John D. Chovan, James R. Cacchillo
Guillain-barre syndrome, GBS, pathophysiology, demyelinating neuropathy, neuropathic conditions, nerves
Critical Care Nursing | Medicine and Health Sciences | Nervous System Diseases | Nursing
Guillain-Barre Syndrome consists of a group of neuropathic conditions characterized by progressive weakness and diminished or absent myotatic reflexes. The estimated annual incidence in the United States is 1.65 to1.79 per 100,000 persons (Walling & Dickson, 2013). Understanding how this condition progresses and the affects it has on a patient will assistant in providing optimal patient care as a future nurse anesthetist. As stated by Turakhia, P., Barrick, B., and Berman, J. (2013) “the anesthetic implications for the various comorbidities are varied and can be profound” (p.1). An individual who suffers from Guillain-Barre is a patient who certainly requires critical care management in order to avoid complications associated with the disease. Being aware of the pathophysiology, risk factors, signs and symptoms, and treatment involved in caring for Guillain-Barre Syndrome can better prepare the advanced practicing nurse for patients suffering from this condition.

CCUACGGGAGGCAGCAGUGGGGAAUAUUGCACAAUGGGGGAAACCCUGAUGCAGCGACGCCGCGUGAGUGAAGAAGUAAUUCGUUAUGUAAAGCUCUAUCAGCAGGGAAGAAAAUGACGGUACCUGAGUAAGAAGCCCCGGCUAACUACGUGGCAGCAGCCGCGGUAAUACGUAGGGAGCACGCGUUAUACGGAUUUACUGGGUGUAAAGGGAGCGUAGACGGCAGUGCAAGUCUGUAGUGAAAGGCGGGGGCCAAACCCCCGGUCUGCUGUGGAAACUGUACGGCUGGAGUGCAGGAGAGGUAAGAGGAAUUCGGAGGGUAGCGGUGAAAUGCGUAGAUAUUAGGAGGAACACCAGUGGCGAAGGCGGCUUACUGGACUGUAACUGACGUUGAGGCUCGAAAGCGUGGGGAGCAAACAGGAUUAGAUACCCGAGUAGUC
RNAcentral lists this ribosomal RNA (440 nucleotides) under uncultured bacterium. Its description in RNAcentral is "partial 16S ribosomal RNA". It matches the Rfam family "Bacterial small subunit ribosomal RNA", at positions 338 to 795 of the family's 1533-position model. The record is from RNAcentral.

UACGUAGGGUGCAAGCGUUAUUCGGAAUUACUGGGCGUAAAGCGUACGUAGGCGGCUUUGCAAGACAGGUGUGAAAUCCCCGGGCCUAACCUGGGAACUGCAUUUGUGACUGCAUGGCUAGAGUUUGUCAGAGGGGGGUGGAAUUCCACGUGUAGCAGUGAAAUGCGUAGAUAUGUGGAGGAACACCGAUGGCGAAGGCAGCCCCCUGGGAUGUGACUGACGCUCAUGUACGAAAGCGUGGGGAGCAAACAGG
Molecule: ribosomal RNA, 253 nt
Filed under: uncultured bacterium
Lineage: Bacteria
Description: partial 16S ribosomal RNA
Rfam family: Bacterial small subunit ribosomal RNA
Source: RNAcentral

Skelton, Tyler B., "Guillain-Barre Syndrome" (2016). Master of Science in Nursing (MSN) Student Scholarship. Paper 141.